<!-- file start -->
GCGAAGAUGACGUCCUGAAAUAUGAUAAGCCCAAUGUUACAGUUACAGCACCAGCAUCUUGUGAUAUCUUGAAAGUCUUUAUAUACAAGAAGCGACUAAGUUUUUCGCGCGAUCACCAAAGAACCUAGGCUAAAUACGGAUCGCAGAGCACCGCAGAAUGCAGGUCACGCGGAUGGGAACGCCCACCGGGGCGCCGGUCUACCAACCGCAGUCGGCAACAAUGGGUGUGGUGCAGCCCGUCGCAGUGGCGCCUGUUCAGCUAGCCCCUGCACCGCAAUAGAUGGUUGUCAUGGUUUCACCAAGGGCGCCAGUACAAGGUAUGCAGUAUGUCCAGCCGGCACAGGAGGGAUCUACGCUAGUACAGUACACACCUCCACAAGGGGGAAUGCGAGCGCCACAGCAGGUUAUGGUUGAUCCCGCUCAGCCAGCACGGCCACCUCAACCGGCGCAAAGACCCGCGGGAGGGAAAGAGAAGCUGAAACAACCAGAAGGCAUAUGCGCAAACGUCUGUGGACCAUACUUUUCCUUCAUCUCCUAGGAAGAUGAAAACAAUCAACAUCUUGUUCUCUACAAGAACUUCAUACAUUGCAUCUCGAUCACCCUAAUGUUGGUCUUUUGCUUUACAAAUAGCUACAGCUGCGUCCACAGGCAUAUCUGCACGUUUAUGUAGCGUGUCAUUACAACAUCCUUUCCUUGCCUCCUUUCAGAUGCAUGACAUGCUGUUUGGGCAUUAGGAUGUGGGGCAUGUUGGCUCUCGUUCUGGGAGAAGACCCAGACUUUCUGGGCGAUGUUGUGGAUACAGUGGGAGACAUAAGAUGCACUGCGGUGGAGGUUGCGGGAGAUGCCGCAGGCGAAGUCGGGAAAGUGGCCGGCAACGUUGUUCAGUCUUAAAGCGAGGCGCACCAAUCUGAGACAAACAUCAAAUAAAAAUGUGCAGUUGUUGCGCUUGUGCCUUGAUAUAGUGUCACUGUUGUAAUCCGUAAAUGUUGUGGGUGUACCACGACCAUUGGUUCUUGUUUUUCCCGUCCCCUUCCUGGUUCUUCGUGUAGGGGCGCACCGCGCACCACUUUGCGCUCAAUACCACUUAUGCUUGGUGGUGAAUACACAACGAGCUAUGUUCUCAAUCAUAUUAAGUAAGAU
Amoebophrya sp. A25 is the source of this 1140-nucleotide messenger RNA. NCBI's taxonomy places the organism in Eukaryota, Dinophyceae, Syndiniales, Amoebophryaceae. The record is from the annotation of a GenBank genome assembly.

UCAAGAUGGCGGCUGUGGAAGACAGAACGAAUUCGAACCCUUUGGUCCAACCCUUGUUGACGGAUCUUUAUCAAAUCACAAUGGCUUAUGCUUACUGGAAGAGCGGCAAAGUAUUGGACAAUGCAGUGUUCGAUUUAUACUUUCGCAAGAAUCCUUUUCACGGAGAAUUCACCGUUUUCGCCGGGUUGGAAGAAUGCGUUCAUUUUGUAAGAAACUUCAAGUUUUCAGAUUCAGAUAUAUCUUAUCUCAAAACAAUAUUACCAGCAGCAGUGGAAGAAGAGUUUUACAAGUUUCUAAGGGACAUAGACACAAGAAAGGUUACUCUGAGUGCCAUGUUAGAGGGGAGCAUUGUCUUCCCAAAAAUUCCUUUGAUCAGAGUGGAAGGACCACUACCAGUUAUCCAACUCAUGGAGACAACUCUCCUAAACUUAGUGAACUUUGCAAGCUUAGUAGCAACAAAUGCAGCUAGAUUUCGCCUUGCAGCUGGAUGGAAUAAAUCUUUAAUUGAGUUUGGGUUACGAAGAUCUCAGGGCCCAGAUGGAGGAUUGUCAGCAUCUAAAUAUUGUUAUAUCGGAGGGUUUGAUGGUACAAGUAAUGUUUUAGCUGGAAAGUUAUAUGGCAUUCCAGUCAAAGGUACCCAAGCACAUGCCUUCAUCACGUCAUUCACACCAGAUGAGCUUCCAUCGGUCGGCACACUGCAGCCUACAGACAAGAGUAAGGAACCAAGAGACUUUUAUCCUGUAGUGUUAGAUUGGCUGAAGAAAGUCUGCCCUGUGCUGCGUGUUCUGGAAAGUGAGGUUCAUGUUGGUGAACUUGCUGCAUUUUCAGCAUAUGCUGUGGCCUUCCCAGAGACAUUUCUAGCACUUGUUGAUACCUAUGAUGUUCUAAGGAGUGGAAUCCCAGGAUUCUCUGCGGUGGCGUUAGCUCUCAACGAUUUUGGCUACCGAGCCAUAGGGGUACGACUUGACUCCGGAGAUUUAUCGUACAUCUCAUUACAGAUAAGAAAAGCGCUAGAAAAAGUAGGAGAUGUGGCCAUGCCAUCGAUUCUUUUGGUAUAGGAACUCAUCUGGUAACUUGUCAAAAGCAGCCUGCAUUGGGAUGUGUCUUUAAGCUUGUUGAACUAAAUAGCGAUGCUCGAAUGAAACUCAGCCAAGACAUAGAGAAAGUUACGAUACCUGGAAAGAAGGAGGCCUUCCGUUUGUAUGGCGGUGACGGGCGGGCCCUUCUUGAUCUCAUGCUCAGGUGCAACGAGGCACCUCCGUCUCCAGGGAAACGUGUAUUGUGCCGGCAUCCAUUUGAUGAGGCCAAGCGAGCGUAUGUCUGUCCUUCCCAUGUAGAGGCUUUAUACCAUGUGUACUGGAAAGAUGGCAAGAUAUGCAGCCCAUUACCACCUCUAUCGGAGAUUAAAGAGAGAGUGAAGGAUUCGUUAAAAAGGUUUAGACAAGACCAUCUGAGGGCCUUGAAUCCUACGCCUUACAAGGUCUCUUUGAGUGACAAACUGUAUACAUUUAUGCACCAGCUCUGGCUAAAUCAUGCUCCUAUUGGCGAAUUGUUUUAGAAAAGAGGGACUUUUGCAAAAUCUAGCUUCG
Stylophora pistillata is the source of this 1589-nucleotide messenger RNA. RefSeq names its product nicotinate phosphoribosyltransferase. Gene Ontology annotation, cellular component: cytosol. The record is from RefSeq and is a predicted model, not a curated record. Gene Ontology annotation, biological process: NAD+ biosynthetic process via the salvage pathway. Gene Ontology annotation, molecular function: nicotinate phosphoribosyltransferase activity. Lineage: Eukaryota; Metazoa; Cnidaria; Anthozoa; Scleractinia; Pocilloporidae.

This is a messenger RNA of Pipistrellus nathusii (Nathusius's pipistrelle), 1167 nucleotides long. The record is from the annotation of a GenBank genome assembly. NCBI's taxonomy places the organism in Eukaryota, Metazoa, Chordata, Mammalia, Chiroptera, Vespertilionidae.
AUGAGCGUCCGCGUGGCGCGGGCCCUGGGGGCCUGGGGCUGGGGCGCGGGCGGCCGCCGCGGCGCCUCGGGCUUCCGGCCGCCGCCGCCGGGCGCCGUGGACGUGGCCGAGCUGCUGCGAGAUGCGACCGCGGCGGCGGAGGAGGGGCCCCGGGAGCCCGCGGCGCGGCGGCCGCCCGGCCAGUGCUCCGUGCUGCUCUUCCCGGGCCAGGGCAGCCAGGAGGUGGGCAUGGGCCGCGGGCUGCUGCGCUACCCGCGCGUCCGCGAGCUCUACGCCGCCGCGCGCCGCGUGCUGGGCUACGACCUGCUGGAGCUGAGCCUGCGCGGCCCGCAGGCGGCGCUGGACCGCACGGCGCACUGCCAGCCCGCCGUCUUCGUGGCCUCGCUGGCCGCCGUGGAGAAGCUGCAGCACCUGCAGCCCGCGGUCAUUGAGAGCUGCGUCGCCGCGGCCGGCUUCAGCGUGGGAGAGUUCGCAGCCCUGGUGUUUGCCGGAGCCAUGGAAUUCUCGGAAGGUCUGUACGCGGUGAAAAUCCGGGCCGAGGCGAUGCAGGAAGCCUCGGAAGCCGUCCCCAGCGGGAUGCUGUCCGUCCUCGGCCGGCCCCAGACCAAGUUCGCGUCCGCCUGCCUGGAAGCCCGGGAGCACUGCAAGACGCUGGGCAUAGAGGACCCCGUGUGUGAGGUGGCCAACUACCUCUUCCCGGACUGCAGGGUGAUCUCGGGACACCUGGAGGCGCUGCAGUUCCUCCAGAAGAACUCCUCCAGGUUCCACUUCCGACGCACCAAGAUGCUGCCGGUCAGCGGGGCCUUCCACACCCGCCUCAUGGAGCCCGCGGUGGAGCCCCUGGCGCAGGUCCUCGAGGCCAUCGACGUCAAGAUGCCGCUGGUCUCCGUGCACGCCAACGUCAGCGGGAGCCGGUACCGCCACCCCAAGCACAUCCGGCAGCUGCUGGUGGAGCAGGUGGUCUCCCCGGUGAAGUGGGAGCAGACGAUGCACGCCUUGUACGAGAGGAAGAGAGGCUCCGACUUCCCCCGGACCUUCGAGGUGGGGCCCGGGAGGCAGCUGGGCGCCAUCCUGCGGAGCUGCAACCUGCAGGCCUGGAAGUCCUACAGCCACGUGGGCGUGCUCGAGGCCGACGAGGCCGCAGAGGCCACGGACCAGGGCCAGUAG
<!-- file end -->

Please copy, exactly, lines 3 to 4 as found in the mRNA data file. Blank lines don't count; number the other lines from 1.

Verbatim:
UCAAGAUGGCGGCUGUGGAAGACAGAACGAAUUCGAACCCUUUGGUCCAACCCUUGUUGACGGAUCUUUAUCAAAUCACAAUGGCUUAUGCUUACUGGAAGAGCGGCAAAGUAUUGGACAAUGCAGUGUUCGAUUUAUACUUUCGCAAGAAUCCUUUUCACGGAGAAUUCACCGUUUUCGCCGGGUUGGAAGAAUGCGUUCAUUUUGUAAGAAACUUCAAGUUUUCAGAUUCAGAUAUAUCUUAUCUCAAAACAAUAUUACCAGCAGCAGUGGAAGAAGAGUUUUACAAGUUUCUAAGGGACAUAGACACAAGAAAGGUUACUCUGAGUGCCAUGUUAGAGGGGAGCAUUGUCUUCCCAAAAAUUCCUUUGAUCAGAGUGGAAGGACCACUACCAGUUAUCCAACUCAUGGAGACAACUCUCCUAAACUUAGUGAACUUUGCAAGCUUAGUAGCAACAAAUGCAGCUAGAUUUCGCCUUGCAGCUGGAUGGAAUAAAUCUUUAAUUGAGUUUGGGUUACGAAGAUCUCAGGGCCCAGAUGGAGGAUUGUCAGCAUCUAAAUAUUGUUAUAUCGGAGGGUUUGAUGGUACAAGUAAUGUUUUAGCUGGAAAGUUAUAUGGCAUUCCAGUCAAAGGUACCCAAGCACAUGCCUUCAUCACGUCAUUCACACCAGAUGAGCUUCCAUCGGUCGGCACACUGCAGCCUACAGACAAGAGUAAGGAACCAAGAGACUUUUAUCCUGUAGUGUUAGAUUGGCUGAAGAAAGUCUGCCCUGUGCUGCGUGUUCUGGAAAGUGAGGUUCAUGUUGGUGAACUUGCUGCAUUUUCAGCAUAUGCUGUGGCCUUCCCAGAGACAUUUCUAGCACUUGUUGAUACCUAUGAUGUUCUAAGGAGUGGAAUCCCAGGAUUCUCUGCGGUGGCGUUAGCUCUCAACGAUUUUGGCUACCGAGCCAUAGGGGUACGACUUGACUCCGGAGAUUUAUCGUACAUCUCAUUACAGAUAAGAAAAGCGCUAGAAAAAGUAGGAGAUGUGGCCAUGCCAUCGAUUCUUUUGGUAUAGGAACUCAUCUGGUAACUUGUCAAAAGCAGCCUGCAUUGGGAUGUGUCUUUAAGCUUGUUGAACUAAAUAGCGAUGCUCGAAUGAAACUCAGCCAAGACAUAGAGAAAGUUACGAUACCUGGAAAGAAGGAGGCCUUCCGUUUGUAUGGCGGUGACGGGCGGGCCCUUCUUGAUCUCAUGCUCAGGUGCAACGAGGCACCUCCGUCUCCAGGGAAACGUGUAUUGUGCCGGCAUCCAUUUGAUGAGGCCAAGCGAGCGUAUGUCUGUCCUUCCCAUGUAGAGGCUUUAUACCAUGUGUACUGGAAAGAUGGCAAGAUAUGCAGCCCAUUACCACCUCUAUCGGAGAUUAAAGAGAGAGUGAAGGAUUCGUUAAAAAGGUUUAGACAAGACCAUCUGAGGGCCUUGAAUCCUACGCCUUACAAGGUCUCUUUGAGUGACAAACUGUAUACAUUUAUGCACCAGCUCUGGCUAAAUCAUGCUCCUAUUGGCGAAUUGUUUUAGAAAAGAGGGACUUUUGCAAAAUCUAGCUUCG
Stylophora pistillata is the source of this 1589-nucleotide messenger RNA. RefSeq names its product nicotinate phosphoribosyltransferase. Gene Ontology annotation, cellular component: cytosol. The record is from RefSeq and is a predicted model, not a curated record. Gene Ontology annotation, biological process: NAD+ biosynthetic process via the salvage pathway. Gene Ontology annotation, molecular function: nicotinate phosphoribosyltransferase activity. Lineage: Eukaryota; Metazoa; Cnidaria; Anthozoa; Scleractinia; Pocilloporidae.